Canadian dollar, commodities lower as Chinese trade growth tumbles

TORONTO – The Canadian dollar closed lower Tuesday as prices for oil and metals slid in the wake of disappointing trade data from China.

The loonie was down 0.32 of a cent to 97.79 cents US as weak U.S. and European demand sent China’s trade growth down sharply in June.

Import growth fell by half from May’s level to 6.3 per cent, as factories facing weak foreign orders cut purchases of raw materials and domestic demand softened despite stimulus efforts. Export growth declined to 11.3 per cent from May’s 15.3 per cent.

Growth in the world’s second-largest economy has tumbled to its lowest level since the 2008 global crisis due to anemic export demand and government efforts to cool overheating and inflation. That is bad news for companies and investors that were looking to relatively strong Chinese growth to shore up global demand as the United States and Europe struggle.

Strong Chinese demand for commodities has boosted prices for crude and copper. But crude has fallen from US$106 in May, copper has tumbled 10.7 per cent and the TSX has fallen almost six per cent in two and a half months. The Toronto market is down about 2.7 per cent year to date.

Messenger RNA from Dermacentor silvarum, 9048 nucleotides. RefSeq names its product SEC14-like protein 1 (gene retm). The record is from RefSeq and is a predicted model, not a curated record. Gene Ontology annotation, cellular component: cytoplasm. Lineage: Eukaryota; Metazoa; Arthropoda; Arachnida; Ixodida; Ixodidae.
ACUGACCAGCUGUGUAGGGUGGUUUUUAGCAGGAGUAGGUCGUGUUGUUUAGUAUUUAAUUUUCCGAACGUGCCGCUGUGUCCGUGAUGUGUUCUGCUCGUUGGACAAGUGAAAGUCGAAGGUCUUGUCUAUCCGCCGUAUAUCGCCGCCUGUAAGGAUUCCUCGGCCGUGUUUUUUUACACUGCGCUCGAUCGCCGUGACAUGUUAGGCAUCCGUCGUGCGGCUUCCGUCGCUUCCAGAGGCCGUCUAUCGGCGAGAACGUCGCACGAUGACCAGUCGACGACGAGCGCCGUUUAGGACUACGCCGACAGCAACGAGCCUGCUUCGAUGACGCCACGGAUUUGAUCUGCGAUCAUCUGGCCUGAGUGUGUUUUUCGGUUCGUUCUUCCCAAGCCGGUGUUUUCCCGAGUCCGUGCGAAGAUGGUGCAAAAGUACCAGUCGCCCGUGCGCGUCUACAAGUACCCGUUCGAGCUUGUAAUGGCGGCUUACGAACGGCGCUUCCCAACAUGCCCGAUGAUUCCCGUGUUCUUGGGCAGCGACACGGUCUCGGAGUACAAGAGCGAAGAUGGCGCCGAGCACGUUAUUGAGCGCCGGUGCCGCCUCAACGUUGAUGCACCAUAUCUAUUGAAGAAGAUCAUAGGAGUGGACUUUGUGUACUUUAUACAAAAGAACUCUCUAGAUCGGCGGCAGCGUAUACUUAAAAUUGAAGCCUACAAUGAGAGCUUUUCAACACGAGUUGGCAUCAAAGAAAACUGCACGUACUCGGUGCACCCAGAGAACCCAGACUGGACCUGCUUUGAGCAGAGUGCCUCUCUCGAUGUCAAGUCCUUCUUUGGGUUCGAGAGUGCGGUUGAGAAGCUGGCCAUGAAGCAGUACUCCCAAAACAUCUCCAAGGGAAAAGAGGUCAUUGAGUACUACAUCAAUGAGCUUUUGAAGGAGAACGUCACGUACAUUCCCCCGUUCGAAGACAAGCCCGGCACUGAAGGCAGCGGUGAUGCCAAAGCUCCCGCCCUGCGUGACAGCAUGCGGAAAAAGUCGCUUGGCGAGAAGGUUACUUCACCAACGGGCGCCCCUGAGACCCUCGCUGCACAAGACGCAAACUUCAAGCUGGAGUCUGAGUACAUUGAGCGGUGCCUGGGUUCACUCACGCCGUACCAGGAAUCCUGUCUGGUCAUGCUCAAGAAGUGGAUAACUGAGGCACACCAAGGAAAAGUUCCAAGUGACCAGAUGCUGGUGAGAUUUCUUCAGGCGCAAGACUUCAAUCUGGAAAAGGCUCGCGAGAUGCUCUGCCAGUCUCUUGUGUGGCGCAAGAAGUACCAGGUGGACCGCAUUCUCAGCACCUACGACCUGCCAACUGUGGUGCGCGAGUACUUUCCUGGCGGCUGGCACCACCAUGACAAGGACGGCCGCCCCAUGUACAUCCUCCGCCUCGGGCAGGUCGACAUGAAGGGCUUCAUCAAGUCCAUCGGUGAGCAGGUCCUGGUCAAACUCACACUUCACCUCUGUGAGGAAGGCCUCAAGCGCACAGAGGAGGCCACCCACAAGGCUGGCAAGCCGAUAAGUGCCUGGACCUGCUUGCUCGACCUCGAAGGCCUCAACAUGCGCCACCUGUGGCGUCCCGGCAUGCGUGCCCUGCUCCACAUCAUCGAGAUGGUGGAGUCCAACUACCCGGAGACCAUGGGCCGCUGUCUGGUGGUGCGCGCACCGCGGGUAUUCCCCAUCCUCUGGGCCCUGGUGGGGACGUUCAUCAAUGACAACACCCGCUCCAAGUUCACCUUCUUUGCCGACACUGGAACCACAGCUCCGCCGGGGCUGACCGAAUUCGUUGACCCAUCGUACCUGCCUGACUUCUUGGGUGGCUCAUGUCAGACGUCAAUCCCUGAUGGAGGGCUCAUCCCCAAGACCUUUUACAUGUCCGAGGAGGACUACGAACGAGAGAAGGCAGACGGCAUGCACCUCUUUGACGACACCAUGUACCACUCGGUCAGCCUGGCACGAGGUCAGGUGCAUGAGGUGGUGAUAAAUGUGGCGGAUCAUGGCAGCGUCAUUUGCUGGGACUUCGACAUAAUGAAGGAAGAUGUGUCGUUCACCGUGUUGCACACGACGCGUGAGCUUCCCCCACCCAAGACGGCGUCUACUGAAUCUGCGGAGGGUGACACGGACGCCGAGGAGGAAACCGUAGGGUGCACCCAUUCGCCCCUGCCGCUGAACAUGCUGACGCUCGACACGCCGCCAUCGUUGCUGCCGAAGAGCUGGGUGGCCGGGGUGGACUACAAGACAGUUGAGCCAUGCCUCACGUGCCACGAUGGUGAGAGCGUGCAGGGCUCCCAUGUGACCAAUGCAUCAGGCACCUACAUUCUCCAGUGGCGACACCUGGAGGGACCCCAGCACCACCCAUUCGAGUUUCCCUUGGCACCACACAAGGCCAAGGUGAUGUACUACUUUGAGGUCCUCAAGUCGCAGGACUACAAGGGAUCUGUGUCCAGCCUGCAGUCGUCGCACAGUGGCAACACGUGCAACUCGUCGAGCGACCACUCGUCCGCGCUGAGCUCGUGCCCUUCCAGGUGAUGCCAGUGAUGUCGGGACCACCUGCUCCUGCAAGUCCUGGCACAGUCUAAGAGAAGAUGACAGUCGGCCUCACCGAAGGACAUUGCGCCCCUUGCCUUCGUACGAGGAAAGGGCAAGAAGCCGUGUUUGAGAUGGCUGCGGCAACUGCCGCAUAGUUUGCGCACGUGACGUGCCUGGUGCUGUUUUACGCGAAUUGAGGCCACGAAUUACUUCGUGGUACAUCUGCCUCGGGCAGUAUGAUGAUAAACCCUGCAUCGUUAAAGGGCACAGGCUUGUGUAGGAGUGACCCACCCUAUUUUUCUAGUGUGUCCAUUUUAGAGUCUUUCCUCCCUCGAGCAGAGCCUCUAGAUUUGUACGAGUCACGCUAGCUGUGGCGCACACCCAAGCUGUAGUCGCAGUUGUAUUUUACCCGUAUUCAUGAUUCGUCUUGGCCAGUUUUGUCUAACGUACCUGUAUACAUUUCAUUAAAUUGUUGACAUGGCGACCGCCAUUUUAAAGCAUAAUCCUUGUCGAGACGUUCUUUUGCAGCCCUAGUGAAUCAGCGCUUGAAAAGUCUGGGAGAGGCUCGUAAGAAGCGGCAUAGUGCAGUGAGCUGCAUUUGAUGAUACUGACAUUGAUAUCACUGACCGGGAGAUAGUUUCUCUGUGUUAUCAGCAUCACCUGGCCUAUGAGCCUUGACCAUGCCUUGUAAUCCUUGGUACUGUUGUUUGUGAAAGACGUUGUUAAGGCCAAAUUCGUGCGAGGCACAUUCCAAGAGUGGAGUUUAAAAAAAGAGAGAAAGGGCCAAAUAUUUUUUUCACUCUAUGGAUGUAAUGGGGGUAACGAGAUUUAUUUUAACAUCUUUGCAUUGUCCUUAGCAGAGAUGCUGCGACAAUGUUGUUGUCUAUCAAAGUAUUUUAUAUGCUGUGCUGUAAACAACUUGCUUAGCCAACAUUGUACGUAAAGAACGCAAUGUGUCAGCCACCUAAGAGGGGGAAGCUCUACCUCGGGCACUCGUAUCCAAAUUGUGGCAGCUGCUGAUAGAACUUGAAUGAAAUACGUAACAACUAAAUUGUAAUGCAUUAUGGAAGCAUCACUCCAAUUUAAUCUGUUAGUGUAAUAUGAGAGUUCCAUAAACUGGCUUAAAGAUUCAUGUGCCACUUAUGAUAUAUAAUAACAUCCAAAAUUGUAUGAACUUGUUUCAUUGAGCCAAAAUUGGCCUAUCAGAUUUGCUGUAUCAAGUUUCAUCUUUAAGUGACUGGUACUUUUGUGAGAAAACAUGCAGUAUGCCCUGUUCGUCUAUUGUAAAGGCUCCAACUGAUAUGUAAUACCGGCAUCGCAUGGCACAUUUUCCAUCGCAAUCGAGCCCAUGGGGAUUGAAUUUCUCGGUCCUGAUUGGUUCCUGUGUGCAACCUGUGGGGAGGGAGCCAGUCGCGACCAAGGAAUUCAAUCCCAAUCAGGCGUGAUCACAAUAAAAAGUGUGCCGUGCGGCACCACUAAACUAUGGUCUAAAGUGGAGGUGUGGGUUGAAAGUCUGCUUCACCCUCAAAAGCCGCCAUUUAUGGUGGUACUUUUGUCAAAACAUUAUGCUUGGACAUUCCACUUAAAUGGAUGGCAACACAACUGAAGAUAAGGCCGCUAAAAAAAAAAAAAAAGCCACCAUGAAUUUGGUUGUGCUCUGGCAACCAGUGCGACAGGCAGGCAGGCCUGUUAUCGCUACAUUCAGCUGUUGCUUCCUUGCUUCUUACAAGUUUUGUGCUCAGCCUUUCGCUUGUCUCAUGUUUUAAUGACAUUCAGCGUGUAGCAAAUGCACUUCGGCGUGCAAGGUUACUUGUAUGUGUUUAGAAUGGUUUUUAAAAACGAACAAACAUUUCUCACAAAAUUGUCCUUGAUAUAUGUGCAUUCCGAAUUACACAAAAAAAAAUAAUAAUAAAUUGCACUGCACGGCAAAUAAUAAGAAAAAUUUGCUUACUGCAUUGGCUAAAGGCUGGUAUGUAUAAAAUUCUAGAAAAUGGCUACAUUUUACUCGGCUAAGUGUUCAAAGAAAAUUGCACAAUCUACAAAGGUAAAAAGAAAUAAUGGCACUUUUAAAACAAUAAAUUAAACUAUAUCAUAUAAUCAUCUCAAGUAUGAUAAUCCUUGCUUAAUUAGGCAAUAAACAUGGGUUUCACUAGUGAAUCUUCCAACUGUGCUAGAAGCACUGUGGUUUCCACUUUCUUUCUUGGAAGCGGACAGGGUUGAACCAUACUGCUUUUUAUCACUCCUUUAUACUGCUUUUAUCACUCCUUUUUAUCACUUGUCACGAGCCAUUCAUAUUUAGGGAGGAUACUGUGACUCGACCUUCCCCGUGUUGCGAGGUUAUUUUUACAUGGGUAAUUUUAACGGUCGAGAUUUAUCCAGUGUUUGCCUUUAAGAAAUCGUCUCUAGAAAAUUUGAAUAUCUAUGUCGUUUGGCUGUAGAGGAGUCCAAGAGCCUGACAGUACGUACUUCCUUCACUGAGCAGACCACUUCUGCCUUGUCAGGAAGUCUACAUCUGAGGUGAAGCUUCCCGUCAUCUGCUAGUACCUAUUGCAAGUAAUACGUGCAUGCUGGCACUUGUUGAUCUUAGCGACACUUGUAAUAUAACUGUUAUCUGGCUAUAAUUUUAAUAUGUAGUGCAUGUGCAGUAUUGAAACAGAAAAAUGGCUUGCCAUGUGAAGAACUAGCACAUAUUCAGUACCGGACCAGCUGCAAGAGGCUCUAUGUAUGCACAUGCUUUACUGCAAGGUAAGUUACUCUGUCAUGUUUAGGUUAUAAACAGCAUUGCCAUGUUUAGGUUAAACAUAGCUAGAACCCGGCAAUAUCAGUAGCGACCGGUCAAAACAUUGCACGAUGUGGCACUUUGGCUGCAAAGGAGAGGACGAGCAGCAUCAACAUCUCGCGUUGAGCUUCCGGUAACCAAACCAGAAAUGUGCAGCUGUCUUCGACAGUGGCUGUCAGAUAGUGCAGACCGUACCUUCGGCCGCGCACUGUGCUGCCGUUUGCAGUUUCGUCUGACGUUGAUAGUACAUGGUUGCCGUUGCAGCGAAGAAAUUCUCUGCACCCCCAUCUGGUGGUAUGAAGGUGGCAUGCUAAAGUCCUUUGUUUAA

Commodity prices were mainly lower following the release of the Chinese data with the August crude contract on the New York Mercantile Exchange down $2.08 to US$83.91 as barrel. Crude prices also fell after Norway intervened to halt a labour dispute that threatened its North Sea production.

August copper was down three cents at US$3.40 pound while bullion faded $9.30 to US$1,579.80 an ounce.

Traders also took in data showing a rise in housing starts during June.

Canada Mortgage and Housing Corp. said starts rose to a seasonally adjusted rate of 222,700, up sharply from 217,400 in May.

CMHC said the rise was mainly attributable to multiple urban starts in Quebec and British Columbia.

“Today’s data suggest homebuilding could be a contributor to growth in the second quarter,” said CIBC World Markets economist Emanuella Enenajor.

“And the current low rate environment is continuing to support already elevated housing construction activity, namely in the condo/multi-family segment.”

Overseas, eurozone finance ministers have agreed the terms for Spain’s bank bailout, with up to €24.4 billion being made available by the end of the month. Representatives from the 27 European Union countries are expected to agree later Tuesday to grant an extension on Spain’s program of deficit cuts until 2014. The interest rate, or yield, on Spain’s 10-year bond dropped from a high Monday of 7.03 per cent to 6.86 per cent in morning trade.

Meanwhile, Germany’s constitutional court is to hear arguments on the legality of one of the bailout funds later Tuesday.